Travel Nursing Close to Home? Debunking the 50-Mile Rule

While the term "travel nursing" conjures visions of exciting locales far-from-home, many nurses are asking, "Can I be a travel nurse in my own city?"

Lauren Baliya, Travel Nurse Recruiter for LeaderStat, confirms she receives that very question consistently. The best answer to this question is not a simple, straightforward yes but rather a complex, somewhat complicated, "Yes, it's possible."

The complexities that arise are generally focused around the interpretation of "radius rules." While many people - nurses, and recruiters alike, pin the radius requirements to IRS regulations, radius rules are established by individual facilities or staffing agencies. There is no set, engraved in stone 50-mile rule!

For instance, a specific hospital may have a "radius rule," which requires the travel nurse's tax home to be a certain distance from the facility, possibly 50 or 100 miles. Reasons for putting such requirements in place include—

  • Eliminating the possibility that their current full-time nursing staff may opt for the travel assignments, creating additional positions to fill
  • Ensuring that their efforts to cast a wider net for nursing candidates via traveling nurse assignments are not hindered
  • To maintain the established definitions that differentiate bill rates, shift/staffing processes and procedures, and perks between PRN, local contracts, and travel nursing contracts.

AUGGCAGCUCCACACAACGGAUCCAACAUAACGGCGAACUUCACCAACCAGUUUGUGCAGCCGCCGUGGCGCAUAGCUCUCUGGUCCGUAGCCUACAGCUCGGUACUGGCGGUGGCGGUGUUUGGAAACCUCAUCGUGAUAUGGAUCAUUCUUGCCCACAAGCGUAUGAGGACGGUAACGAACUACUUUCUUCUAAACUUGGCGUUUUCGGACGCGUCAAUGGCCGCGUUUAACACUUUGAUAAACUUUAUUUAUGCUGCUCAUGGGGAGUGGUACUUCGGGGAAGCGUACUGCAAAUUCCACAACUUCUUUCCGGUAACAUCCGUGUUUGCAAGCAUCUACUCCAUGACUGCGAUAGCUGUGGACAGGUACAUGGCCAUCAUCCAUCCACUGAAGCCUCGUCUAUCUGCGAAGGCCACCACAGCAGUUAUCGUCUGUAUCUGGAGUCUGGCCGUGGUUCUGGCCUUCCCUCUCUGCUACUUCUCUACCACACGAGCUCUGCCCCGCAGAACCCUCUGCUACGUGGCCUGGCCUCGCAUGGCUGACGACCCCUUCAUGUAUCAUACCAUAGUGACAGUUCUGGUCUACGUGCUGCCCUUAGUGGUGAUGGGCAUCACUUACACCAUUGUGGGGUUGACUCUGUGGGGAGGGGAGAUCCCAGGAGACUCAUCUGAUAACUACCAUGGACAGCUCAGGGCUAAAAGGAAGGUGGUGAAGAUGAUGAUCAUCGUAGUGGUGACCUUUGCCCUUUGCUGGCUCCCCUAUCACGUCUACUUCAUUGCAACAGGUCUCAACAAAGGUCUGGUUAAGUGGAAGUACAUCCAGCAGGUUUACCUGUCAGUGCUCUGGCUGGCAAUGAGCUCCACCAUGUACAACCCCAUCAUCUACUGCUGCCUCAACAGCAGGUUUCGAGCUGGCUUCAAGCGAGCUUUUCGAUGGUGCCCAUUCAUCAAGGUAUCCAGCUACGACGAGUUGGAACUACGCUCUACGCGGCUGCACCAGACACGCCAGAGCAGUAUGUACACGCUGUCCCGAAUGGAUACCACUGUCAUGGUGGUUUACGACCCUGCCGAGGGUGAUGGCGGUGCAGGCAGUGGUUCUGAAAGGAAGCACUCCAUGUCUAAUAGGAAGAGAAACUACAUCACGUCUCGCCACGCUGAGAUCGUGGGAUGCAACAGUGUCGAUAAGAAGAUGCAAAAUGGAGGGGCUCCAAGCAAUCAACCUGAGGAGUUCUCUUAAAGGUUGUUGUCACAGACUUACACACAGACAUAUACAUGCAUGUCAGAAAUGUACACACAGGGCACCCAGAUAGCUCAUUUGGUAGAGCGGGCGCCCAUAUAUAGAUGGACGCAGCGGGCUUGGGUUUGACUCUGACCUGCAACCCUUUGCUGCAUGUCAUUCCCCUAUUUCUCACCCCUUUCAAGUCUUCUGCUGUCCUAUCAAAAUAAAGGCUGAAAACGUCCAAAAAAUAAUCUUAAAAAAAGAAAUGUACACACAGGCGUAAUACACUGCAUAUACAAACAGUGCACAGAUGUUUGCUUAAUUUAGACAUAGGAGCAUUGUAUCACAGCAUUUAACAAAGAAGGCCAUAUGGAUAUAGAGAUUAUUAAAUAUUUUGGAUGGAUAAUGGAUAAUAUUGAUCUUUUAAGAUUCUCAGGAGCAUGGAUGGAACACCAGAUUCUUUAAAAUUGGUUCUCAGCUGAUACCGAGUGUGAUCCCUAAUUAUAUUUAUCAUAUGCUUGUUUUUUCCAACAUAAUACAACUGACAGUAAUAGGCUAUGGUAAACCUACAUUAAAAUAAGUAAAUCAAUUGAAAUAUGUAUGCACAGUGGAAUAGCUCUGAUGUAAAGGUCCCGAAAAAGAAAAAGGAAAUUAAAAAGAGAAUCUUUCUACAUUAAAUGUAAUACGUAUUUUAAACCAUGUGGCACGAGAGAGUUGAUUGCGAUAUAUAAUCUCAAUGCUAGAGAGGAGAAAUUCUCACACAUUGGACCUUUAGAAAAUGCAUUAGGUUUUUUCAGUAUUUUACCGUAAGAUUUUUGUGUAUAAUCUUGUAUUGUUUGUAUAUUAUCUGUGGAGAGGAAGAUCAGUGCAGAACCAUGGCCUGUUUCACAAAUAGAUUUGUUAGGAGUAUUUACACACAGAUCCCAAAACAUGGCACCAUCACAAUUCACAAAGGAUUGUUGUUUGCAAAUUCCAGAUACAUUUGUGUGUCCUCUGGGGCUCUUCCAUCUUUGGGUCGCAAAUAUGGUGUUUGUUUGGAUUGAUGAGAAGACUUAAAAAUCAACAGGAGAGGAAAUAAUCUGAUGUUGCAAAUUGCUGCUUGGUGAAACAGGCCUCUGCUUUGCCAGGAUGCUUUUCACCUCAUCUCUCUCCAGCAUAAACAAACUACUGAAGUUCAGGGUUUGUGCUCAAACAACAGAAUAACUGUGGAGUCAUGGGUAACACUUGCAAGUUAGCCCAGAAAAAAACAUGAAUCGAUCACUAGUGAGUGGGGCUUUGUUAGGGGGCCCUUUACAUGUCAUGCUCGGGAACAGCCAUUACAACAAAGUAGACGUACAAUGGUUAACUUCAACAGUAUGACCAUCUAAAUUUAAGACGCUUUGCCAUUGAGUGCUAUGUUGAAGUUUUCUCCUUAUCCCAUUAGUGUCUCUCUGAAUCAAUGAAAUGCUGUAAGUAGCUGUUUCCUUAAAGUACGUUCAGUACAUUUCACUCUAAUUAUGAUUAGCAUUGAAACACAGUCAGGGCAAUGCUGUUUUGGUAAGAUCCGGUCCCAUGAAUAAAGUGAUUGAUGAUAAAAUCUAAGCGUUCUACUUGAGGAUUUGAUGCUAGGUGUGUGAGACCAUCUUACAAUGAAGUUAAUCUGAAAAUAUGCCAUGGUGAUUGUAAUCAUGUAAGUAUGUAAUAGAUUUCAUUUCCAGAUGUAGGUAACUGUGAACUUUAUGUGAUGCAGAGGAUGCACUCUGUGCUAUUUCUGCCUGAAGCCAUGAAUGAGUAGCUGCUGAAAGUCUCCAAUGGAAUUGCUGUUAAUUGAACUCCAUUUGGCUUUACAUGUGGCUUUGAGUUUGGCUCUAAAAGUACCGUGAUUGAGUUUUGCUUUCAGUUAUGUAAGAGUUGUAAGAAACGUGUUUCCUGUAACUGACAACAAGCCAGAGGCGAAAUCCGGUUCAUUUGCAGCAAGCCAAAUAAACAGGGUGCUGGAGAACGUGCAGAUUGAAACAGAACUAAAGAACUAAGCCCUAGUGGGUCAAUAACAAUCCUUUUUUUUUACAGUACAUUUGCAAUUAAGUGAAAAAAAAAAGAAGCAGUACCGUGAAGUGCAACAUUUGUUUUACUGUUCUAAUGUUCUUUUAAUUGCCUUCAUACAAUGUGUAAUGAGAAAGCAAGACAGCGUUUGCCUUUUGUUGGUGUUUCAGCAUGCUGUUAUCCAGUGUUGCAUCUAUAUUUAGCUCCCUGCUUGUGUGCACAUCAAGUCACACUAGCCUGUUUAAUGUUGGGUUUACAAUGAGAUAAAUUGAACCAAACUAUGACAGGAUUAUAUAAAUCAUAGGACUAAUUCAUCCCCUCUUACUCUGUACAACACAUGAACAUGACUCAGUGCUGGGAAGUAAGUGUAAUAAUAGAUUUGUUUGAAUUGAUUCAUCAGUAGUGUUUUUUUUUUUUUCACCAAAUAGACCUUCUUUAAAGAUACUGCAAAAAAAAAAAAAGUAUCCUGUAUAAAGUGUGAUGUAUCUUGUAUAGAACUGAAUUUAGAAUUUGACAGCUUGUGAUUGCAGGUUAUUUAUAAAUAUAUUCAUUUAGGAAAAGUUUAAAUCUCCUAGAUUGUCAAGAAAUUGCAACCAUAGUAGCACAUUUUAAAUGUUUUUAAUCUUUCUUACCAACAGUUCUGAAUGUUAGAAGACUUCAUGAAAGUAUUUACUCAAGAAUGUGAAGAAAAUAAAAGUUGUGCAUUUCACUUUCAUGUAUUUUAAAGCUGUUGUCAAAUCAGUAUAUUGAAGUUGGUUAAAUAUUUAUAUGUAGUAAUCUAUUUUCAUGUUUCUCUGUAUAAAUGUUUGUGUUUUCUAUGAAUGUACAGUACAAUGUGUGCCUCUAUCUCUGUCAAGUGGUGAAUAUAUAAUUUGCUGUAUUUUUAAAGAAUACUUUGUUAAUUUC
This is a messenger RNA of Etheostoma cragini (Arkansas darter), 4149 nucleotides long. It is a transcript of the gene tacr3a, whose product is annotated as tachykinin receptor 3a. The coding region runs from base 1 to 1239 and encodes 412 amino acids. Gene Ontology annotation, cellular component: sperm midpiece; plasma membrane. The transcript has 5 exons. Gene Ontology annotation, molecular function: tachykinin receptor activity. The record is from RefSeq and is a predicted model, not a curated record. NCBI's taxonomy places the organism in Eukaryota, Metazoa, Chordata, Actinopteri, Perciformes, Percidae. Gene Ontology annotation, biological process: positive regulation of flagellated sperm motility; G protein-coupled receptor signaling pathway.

It's important to note that a healthcare facility can set whatever mileage rules they want to exclude nurses that they consider local from accepting travel nurse positions.

Confusion also surfaces around the topic of tax-free stipends. Often, the 50-mile radius rule is wrongly attached to the ability to accept tax-free stipends. Again, the IRS has no mile radius stipulation regarding allowing stipends as part of a travel nurse's compensation package.

According to IRS Publication 463, the ability to accept tax-free stipends is determined by the need to sleep or rest to meet the demands of your work while away from home and must include an overnight stay. The existence of a "tax home" comes into play as well. It also further complicates the issue, as some travel nurses take on continuous assignments and do not have a home base. To ensure there will be no surprises when the tax-filing time rolls around, it's wise for each travel nurse to consult with a tax professional about his/her specific situation.

Why choose a local or "more local" travel assignment? Remember that a "more local" assignment may still be located two hours or more from home. The reasons are as varied as are the professionals who seek out local assignments. They may include:

  • The desire to take on a second, short-term employment opportunity, in addition to a primary job.
  • A personal or family situation, or possibly an upcoming relocation, may make a short-term assignment the wise choice over a permanent one.
  • Perhaps no long-term positions are locally available in the specific area of nursing preferred, while several short-term assignments are open.
  • A desire to avoid the workplace politics that come with a permanent position may encourage nurses to go the travel nurse route.
  • The higher compensation that often accompanies travel nursing assignments is enticing.

Still confused? That’s okay! This can be a tricky topic to fully understand but our recruiters are here to help.


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LeaderStat specializes in direct care staff, interim leadership, executive recruitment, travel nursing and consulting for healthcare organizations nationwide.